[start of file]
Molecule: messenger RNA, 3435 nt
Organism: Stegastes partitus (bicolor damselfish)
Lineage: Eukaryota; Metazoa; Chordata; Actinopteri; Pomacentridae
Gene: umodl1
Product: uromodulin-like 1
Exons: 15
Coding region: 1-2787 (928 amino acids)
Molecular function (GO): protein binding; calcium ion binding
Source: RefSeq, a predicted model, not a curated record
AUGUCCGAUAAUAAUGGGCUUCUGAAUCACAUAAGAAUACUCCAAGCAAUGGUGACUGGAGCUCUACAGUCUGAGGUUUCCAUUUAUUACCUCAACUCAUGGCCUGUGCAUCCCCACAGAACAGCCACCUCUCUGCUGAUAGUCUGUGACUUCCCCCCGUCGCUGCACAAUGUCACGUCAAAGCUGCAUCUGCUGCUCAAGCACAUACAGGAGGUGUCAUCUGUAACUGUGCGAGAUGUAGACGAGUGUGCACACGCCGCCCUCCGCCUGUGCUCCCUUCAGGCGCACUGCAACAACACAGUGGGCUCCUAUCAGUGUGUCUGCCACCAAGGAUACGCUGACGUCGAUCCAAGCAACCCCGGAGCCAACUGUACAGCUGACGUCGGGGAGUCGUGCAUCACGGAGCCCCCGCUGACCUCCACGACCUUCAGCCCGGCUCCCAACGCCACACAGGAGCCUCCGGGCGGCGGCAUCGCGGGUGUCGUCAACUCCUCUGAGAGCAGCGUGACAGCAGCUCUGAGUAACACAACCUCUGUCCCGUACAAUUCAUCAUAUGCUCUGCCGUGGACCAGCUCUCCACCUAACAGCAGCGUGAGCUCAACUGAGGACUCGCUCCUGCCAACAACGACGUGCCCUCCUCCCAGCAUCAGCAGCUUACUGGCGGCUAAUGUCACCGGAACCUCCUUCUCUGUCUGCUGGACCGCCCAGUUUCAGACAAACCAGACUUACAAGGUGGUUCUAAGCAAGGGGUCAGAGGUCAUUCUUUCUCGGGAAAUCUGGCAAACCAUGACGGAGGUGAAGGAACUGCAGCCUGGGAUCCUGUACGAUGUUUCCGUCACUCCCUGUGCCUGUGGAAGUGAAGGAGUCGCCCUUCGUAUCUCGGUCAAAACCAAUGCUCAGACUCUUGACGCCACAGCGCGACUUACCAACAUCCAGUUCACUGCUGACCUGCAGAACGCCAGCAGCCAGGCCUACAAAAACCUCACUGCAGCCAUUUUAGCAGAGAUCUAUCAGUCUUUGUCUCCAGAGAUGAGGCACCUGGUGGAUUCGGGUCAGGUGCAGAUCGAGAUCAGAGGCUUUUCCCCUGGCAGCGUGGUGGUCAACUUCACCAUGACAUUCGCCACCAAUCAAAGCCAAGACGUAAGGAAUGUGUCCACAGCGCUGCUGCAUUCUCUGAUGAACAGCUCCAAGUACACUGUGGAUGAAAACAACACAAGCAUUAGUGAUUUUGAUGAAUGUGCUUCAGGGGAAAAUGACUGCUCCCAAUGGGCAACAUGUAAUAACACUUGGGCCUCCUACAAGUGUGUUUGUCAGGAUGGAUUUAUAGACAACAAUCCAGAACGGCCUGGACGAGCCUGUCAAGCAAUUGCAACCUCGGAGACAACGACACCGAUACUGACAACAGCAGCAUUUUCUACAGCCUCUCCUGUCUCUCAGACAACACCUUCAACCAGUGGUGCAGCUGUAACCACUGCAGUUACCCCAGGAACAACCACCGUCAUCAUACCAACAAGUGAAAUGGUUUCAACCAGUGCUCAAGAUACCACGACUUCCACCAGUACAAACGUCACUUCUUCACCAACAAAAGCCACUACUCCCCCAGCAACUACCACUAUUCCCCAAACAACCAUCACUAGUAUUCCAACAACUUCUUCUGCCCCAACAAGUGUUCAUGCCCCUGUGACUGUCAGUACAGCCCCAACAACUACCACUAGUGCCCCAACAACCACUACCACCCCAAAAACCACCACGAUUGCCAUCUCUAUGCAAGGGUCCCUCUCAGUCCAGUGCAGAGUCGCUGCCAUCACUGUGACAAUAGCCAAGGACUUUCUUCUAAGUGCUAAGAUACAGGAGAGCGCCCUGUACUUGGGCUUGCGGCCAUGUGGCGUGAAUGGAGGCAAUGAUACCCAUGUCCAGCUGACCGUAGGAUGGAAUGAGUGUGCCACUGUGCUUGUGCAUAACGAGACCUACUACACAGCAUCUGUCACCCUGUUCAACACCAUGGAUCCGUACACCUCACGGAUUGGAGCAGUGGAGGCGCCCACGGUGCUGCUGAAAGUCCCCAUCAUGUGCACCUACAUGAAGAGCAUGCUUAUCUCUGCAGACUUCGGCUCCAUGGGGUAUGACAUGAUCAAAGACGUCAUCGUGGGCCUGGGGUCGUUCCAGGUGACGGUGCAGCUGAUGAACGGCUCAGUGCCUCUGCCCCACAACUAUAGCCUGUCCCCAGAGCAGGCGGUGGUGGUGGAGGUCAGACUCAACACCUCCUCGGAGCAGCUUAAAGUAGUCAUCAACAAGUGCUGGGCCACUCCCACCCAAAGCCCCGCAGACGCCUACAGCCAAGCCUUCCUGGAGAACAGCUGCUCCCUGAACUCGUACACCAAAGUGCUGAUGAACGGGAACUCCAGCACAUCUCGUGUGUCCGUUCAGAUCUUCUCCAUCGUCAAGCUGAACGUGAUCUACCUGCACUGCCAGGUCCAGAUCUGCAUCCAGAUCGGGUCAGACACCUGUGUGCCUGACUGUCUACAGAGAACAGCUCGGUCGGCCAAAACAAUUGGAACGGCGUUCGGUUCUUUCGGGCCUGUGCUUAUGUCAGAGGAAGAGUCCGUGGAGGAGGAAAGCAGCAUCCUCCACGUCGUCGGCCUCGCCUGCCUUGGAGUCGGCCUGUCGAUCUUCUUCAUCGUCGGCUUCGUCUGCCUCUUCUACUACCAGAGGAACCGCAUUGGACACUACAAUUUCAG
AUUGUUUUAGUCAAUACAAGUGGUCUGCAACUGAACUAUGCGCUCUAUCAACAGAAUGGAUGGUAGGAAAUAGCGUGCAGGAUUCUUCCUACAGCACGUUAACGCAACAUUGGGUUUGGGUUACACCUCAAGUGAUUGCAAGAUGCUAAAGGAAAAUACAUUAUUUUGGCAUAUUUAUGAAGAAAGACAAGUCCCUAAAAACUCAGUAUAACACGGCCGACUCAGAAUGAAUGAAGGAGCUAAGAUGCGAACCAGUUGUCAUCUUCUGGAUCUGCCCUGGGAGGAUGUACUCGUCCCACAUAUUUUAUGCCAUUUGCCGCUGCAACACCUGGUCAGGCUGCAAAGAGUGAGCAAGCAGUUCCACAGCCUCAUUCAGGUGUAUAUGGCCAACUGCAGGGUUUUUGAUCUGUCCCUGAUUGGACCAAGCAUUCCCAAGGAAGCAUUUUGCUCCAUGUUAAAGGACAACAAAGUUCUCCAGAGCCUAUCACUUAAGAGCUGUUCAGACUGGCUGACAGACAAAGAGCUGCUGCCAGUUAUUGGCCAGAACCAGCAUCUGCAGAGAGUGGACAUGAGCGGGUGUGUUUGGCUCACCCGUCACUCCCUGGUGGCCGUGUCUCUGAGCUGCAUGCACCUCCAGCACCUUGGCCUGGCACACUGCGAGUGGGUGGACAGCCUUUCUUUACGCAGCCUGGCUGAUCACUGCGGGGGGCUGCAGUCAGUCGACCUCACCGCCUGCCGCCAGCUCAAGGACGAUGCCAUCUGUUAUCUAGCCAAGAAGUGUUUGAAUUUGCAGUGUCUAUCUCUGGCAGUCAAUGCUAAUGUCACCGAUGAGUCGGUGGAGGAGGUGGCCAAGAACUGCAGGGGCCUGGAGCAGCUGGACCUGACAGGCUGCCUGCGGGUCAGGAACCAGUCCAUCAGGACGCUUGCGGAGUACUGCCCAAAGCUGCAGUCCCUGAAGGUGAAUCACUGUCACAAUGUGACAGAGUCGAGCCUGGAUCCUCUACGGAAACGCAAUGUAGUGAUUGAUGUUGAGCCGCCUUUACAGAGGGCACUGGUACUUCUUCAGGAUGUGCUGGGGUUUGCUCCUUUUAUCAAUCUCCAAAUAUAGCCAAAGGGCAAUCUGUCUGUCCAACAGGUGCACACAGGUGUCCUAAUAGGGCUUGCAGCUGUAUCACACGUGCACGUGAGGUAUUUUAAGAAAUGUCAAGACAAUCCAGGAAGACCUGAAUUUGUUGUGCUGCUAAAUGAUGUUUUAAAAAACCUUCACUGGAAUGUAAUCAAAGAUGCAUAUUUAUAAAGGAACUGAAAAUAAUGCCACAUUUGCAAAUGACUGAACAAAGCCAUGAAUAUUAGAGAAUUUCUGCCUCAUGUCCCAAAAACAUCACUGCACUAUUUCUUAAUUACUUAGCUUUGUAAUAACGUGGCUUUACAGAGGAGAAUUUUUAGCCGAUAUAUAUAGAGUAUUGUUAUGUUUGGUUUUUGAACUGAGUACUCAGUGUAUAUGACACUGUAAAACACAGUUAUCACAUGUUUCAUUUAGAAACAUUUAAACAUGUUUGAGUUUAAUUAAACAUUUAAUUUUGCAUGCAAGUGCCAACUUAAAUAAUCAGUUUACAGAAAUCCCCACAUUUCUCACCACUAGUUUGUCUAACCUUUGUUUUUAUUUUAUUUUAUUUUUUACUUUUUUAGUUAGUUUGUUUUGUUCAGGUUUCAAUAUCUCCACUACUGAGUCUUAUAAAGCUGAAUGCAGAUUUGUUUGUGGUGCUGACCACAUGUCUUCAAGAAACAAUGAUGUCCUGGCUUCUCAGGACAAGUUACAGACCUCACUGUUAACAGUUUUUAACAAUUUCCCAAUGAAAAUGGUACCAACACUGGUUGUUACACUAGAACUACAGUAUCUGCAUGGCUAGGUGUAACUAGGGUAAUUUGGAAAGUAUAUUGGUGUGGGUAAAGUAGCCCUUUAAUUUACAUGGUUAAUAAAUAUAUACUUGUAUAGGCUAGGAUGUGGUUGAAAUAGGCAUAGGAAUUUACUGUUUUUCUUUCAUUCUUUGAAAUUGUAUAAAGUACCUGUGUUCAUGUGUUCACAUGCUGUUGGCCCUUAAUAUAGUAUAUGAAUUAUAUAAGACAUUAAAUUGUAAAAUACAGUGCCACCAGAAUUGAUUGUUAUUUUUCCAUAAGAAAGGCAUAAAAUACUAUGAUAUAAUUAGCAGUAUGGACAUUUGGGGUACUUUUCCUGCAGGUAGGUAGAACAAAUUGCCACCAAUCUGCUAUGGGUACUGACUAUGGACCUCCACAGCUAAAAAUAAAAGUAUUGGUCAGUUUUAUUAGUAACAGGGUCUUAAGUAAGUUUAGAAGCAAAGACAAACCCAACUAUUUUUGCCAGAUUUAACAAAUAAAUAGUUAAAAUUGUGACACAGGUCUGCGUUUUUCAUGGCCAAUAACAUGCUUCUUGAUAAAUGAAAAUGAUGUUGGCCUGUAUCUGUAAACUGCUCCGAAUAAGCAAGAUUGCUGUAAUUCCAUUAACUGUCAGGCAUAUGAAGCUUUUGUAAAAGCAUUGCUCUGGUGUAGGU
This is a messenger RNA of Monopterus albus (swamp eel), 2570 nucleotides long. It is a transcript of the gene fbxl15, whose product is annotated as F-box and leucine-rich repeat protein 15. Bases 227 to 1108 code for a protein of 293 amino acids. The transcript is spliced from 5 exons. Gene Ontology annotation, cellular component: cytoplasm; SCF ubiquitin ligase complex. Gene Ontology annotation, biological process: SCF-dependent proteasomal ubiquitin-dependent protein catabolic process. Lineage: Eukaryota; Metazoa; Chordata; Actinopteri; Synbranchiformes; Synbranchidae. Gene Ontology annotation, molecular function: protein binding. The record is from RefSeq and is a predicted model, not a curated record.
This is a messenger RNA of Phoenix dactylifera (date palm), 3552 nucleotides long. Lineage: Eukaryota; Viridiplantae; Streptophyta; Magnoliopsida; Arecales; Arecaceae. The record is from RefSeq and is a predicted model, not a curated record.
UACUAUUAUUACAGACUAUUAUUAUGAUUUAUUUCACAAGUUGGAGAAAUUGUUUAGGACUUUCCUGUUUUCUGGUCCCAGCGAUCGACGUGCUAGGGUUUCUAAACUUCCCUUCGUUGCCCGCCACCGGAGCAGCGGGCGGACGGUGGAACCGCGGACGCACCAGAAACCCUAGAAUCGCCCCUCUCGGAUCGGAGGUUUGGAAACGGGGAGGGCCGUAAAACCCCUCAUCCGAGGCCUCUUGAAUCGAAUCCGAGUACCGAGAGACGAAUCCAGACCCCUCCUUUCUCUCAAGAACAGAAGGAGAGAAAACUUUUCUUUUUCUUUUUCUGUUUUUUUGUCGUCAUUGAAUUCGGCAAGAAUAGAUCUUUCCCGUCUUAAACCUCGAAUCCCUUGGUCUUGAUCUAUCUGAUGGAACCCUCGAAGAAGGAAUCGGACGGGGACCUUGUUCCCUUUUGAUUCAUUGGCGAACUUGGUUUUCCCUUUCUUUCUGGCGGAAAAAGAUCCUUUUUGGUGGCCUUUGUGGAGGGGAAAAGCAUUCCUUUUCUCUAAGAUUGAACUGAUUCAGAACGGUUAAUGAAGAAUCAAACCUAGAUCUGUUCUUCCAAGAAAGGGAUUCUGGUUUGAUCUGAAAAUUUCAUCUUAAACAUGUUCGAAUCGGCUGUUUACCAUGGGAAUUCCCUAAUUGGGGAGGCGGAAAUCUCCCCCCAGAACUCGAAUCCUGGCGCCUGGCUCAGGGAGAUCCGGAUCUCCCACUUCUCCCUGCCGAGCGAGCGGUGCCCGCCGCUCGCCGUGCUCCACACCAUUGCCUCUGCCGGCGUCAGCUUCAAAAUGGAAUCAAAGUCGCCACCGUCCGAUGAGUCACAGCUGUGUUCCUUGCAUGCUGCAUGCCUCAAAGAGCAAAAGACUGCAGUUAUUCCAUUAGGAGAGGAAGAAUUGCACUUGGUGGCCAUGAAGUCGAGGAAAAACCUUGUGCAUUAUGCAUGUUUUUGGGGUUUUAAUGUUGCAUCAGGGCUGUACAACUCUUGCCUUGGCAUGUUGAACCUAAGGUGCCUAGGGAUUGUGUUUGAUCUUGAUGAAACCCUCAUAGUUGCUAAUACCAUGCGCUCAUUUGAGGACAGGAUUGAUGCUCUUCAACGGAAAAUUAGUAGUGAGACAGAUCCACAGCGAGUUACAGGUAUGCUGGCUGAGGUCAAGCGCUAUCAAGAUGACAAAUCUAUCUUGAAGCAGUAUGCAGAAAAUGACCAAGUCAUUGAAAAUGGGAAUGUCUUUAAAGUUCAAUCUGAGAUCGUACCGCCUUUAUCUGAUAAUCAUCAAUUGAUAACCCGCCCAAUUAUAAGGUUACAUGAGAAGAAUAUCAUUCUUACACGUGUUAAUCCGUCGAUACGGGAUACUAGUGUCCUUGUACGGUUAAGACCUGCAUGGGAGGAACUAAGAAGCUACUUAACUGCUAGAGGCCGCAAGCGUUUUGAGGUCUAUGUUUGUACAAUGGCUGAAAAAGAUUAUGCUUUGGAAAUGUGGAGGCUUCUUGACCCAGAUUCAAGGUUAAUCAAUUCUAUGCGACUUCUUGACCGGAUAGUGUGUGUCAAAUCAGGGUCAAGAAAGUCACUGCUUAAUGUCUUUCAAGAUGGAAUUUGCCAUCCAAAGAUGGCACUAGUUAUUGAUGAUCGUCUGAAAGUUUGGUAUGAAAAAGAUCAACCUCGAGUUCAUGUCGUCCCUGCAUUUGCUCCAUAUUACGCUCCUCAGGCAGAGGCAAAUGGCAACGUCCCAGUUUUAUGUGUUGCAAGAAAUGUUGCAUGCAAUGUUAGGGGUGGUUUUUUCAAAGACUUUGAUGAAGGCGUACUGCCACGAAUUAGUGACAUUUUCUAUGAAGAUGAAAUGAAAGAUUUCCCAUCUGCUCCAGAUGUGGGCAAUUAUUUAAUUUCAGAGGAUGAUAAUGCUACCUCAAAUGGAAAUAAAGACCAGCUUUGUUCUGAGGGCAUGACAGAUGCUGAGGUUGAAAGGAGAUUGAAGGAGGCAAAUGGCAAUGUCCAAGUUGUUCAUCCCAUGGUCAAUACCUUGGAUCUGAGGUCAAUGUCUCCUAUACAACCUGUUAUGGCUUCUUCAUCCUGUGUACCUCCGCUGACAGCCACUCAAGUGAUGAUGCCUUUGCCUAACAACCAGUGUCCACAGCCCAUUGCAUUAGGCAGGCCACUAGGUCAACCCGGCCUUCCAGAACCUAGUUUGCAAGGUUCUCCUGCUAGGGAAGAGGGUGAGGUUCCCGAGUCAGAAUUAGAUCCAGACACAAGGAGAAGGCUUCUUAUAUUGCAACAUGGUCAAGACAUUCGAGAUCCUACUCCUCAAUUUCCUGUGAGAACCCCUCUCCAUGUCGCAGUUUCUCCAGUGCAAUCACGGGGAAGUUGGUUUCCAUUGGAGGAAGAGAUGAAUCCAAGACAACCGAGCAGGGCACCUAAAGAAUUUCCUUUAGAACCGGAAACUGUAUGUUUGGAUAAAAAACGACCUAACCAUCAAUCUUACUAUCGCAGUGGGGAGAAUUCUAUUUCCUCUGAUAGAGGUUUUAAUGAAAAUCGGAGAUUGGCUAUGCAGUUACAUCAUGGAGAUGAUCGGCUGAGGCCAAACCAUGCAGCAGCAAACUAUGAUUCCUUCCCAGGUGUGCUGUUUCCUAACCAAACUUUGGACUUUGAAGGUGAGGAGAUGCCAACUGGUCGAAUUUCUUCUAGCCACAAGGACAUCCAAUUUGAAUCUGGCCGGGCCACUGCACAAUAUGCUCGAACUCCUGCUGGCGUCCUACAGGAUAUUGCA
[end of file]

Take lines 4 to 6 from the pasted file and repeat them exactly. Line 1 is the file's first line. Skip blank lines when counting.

Gene: umodl1
Product: uromodulin-like 1
Exons: 15